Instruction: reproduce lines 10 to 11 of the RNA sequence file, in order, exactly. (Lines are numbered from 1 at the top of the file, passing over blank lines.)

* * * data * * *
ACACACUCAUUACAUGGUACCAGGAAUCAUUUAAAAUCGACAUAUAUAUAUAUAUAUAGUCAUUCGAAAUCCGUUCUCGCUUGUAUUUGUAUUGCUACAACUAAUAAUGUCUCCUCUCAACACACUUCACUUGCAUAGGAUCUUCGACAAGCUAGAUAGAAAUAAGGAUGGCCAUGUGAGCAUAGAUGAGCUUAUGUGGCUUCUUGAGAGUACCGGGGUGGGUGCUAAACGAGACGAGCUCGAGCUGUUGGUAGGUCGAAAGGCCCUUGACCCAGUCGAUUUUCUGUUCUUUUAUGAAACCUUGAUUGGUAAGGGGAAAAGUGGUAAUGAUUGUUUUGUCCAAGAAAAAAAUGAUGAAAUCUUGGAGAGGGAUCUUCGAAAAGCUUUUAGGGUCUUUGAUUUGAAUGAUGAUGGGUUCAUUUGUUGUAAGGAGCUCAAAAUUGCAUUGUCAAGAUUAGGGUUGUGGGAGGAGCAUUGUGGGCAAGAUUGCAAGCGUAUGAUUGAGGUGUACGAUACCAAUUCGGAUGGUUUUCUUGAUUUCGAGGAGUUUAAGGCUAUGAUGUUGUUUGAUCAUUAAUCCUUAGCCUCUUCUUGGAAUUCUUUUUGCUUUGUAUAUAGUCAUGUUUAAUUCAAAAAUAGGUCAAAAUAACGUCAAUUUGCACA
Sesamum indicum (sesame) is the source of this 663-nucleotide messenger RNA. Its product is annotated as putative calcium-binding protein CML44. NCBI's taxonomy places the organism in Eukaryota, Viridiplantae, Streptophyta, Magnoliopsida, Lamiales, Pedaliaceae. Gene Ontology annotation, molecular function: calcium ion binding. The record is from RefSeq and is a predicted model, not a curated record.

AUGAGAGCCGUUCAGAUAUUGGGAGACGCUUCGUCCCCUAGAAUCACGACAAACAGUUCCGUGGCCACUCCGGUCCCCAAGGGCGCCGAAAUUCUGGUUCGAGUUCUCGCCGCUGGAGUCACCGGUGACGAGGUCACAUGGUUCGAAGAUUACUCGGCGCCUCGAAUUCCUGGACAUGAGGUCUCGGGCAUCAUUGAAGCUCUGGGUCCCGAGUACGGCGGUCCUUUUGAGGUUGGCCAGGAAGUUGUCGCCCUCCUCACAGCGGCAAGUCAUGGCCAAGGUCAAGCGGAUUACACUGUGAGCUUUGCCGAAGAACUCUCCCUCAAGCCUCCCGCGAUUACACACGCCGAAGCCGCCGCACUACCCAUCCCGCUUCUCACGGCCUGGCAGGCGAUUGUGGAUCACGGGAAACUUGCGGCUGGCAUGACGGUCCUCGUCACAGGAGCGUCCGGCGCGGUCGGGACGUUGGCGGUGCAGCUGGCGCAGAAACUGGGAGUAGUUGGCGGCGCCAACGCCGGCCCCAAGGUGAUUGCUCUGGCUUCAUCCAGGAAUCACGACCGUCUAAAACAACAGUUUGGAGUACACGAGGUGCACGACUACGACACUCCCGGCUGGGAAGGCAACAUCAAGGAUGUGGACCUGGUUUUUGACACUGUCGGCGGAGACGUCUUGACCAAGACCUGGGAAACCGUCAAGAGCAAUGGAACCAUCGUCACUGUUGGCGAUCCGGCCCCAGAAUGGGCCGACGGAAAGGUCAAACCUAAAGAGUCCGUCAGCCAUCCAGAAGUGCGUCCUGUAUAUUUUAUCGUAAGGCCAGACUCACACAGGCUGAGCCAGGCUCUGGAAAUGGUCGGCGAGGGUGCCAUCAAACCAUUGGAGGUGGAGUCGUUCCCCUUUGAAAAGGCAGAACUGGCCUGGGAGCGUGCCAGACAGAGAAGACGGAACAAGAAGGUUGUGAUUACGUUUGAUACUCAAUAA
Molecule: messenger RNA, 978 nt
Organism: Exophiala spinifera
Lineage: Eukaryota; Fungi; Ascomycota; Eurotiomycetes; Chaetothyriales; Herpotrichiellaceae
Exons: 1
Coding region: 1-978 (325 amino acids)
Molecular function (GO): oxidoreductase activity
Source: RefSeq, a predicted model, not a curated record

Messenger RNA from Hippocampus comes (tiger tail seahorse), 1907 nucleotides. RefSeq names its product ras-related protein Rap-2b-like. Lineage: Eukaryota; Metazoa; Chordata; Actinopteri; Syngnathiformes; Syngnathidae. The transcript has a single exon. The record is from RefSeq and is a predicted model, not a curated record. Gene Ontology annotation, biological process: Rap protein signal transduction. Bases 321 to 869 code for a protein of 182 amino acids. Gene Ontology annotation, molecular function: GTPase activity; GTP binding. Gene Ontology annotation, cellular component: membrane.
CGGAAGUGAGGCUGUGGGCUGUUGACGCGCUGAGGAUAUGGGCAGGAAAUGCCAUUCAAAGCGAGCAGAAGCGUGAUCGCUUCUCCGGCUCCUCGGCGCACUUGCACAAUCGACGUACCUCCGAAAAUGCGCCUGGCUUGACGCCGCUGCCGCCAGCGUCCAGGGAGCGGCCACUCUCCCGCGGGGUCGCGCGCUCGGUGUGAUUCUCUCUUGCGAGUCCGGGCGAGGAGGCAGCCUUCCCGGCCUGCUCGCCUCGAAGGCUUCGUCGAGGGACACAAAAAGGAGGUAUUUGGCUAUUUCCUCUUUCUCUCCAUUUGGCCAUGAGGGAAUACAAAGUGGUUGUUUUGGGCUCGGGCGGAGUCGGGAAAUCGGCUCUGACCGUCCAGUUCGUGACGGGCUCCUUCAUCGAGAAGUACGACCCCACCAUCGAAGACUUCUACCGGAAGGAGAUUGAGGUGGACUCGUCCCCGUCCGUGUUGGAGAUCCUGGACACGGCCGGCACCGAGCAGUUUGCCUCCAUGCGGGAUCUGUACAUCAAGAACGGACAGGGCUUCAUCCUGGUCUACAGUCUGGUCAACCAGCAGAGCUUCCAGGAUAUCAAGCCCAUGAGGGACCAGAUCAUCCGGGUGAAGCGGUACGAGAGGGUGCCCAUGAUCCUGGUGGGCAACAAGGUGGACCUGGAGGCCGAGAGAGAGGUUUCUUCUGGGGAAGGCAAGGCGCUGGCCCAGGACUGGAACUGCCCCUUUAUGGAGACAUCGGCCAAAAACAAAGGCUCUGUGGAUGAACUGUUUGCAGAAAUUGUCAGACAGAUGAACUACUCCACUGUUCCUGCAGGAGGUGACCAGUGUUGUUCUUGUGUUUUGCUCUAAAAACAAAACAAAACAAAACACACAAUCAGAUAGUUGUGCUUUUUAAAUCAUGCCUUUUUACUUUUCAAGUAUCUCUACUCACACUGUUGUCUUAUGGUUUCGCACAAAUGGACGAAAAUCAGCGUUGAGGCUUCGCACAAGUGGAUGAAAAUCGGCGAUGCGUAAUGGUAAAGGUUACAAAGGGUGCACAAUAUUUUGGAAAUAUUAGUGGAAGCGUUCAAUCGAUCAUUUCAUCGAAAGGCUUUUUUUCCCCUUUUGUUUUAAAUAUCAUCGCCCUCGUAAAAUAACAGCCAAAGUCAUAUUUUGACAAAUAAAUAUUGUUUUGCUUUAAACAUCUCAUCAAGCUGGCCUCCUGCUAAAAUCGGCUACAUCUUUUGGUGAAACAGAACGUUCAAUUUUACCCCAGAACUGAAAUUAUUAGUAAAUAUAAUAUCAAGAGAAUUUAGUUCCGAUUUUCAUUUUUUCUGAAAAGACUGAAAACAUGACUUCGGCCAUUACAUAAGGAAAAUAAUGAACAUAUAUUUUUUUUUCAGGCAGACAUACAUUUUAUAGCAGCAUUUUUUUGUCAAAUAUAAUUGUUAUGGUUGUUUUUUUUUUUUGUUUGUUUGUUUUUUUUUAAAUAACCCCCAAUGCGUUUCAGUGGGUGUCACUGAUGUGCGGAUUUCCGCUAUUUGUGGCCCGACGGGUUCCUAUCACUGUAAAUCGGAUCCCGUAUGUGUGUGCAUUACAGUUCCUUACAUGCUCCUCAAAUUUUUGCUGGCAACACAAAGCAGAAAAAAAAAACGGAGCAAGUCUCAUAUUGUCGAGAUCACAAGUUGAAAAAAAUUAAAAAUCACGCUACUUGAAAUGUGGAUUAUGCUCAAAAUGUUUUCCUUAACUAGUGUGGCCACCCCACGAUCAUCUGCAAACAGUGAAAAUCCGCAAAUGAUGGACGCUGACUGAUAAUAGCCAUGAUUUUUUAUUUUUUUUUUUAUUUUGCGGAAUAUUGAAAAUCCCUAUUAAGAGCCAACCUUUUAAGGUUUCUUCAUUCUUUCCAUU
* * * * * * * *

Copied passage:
Source: RefSeq, a predicted model, not a curated record

Messenger RNA from Hippocampus comes (tiger tail seahorse), 1907 nucleotides. RefSeq names its product ras-related protein Rap-2b-like. Lineage: Eukaryota; Metazoa; Chordata; Actinopteri; Syngnathiformes; Syngnathidae. The transcript has a single exon. The record is from RefSeq and is a predicted model, not a curated record. Gene Ontology annotation, biological process: Rap protein signal transduction. Bases 321 to 869 code for a protein of 182 amino acids. Gene Ontology annotation, molecular function: GTPase activity; GTP binding. Gene Ontology annotation, cellular component: membrane.